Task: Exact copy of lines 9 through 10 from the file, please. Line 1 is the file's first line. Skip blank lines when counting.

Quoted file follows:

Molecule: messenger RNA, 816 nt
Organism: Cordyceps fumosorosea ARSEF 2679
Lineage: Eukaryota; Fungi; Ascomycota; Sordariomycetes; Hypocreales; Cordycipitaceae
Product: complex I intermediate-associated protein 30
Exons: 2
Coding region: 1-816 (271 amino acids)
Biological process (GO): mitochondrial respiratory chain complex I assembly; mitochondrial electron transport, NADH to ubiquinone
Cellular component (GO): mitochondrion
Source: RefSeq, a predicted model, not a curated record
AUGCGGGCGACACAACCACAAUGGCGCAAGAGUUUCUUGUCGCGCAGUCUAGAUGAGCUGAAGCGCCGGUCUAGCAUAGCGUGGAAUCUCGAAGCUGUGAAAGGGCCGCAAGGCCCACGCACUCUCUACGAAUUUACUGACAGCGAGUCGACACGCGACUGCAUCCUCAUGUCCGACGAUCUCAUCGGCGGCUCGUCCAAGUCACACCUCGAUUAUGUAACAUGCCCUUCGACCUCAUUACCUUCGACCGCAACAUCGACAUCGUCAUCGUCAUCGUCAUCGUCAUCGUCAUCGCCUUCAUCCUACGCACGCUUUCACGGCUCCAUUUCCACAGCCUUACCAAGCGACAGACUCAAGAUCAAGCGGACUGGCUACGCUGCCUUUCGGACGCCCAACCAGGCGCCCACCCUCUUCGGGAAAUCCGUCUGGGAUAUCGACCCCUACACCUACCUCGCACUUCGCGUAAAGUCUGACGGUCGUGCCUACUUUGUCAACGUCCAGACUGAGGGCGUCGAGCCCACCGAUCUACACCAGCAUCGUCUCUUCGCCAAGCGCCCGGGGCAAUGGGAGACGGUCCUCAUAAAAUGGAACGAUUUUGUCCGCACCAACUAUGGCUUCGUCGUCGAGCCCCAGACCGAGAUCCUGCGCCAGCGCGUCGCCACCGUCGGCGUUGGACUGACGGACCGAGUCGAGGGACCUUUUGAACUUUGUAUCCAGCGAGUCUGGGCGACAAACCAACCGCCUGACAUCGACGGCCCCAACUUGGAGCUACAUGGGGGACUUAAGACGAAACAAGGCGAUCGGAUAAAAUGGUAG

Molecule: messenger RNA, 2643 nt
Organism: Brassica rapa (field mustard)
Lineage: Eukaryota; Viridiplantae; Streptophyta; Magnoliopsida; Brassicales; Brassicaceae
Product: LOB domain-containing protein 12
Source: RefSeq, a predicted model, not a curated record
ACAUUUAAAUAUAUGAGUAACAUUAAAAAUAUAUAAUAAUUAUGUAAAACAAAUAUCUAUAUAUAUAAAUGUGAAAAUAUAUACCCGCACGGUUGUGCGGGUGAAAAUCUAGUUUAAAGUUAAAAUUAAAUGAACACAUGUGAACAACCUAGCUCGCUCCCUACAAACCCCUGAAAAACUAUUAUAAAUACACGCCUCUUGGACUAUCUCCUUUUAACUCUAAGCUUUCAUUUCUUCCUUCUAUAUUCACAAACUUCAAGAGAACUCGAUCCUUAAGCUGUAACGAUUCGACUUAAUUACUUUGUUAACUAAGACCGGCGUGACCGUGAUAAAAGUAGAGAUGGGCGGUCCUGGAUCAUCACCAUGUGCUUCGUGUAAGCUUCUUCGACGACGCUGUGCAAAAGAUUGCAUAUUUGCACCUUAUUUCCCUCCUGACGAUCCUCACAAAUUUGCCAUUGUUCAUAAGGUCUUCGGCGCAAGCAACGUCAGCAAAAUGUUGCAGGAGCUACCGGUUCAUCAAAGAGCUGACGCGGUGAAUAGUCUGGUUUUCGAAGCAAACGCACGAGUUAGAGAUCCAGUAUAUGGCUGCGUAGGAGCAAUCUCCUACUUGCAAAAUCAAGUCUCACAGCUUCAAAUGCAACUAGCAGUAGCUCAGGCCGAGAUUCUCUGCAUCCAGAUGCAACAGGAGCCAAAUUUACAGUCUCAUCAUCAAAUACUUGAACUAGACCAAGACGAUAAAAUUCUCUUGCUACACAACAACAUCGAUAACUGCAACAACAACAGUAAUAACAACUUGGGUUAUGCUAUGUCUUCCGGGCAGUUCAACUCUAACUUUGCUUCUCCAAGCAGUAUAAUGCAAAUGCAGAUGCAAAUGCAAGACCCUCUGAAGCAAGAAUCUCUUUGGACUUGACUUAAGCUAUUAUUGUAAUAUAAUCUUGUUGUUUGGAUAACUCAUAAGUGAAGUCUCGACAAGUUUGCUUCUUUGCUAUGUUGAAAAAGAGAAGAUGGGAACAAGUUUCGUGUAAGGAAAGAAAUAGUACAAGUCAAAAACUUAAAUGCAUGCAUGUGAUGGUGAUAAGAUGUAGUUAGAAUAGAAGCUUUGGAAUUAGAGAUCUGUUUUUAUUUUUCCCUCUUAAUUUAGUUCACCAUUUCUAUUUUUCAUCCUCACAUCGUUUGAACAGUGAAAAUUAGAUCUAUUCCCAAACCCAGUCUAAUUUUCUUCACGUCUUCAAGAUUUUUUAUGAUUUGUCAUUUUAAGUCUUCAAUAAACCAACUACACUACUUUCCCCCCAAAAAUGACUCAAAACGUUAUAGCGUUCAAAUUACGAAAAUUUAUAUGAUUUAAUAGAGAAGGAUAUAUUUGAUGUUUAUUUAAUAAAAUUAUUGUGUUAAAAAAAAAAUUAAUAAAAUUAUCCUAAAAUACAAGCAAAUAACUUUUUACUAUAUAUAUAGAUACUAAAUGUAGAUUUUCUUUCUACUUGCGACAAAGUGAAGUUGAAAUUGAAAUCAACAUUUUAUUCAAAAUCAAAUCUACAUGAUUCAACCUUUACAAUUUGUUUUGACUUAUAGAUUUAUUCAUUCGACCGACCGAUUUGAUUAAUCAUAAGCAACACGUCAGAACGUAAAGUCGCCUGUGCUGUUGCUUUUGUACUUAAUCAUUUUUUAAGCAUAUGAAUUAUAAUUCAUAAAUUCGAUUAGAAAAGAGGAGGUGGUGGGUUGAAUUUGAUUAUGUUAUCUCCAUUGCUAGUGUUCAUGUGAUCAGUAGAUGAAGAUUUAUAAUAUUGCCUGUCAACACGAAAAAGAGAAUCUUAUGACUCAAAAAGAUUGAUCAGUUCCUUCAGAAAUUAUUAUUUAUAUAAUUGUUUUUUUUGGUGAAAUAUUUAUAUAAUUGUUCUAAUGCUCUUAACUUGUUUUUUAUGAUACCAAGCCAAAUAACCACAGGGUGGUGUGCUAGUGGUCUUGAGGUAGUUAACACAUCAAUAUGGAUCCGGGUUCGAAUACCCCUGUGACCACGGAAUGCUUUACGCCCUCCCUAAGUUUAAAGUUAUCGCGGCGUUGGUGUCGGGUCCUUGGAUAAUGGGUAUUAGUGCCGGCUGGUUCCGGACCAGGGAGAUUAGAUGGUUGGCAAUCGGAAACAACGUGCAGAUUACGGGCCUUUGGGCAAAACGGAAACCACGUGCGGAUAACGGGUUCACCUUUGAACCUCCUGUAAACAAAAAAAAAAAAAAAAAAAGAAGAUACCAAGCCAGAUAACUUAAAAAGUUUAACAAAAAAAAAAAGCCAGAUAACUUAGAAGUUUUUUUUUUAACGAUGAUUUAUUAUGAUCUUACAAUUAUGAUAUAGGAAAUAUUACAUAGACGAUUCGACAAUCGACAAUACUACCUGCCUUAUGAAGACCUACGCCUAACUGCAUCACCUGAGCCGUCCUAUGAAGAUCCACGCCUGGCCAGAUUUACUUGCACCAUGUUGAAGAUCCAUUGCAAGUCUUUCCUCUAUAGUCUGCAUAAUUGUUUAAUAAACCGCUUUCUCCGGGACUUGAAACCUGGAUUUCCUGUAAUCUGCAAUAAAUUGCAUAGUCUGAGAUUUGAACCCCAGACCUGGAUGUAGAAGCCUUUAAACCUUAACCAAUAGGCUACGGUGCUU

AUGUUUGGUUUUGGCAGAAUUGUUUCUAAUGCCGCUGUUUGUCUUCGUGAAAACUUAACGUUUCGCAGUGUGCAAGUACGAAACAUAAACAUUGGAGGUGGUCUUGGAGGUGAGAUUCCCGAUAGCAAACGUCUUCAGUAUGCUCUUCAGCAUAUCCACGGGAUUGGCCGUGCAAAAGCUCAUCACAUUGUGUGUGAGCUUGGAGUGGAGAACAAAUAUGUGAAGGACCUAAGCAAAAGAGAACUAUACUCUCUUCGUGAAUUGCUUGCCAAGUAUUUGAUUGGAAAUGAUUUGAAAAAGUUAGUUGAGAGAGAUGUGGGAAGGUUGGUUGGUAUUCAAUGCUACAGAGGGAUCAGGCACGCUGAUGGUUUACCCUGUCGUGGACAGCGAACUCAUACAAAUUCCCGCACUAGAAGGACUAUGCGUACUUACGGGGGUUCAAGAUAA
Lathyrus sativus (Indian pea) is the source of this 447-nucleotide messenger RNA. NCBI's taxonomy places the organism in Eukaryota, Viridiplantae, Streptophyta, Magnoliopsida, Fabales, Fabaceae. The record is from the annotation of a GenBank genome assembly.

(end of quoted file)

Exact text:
Source: RefSeq, a predicted model, not a curated record
AUGCGGGCGACACAACCACAAUGGCGCAAGAGUUUCUUGUCGCGCAGUCUAGAUGAGCUGAAGCGCCGGUCUAGCAUAGCGUGGAAUCUCGAAGCUGUGAAAGGGCCGCAAGGCCCACGCACUCUCUACGAAUUUACUGACAGCGAGUCGACACGCGACUGCAUCCUCAUGUCCGACGAUCUCAUCGGCGGCUCGUCCAAGUCACACCUCGAUUAUGUAACAUGCCCUUCGACCUCAUUACCUUCGACCGCAACAUCGACAUCGUCAUCGUCAUCGUCAUCGUCAUCGUCAUCGCCUUCAUCCUACGCACGCUUUCACGGCUCCAUUUCCACAGCCUUACCAAGCGACAGACUCAAGAUCAAGCGGACUGGCUACGCUGCCUUUCGGACGCCCAACCAGGCGCCCACCCUCUUCGGGAAAUCCGUCUGGGAUAUCGACCCCUACACCUACCUCGCACUUCGCGUAAAGUCUGACGGUCGUGCCUACUUUGUCAACGUCCAGACUGAGGGCGUCGAGCCCACCGAUCUACACCAGCAUCGUCUCUUCGCCAAGCGCCCGGGGCAAUGGGAGACGGUCCUCAUAAAAUGGAACGAUUUUGUCCGCACCAACUAUGGCUUCGUCGUCGAGCCCCAGACCGAGAUCCUGCGCCAGCGCGUCGCCACCGUCGGCGUUGGACUGACGGACCGAGUCGAGGGACCUUUUGAACUUUGUAUCCAGCGAGUCUGGGCGACAAACCAACCGCCUGACAUCGACGGCCCCAACUUGGAGCUACAUGGGGGACUUAAGACGAAACAAGGCGAUCGGAUAAAAUGGUAG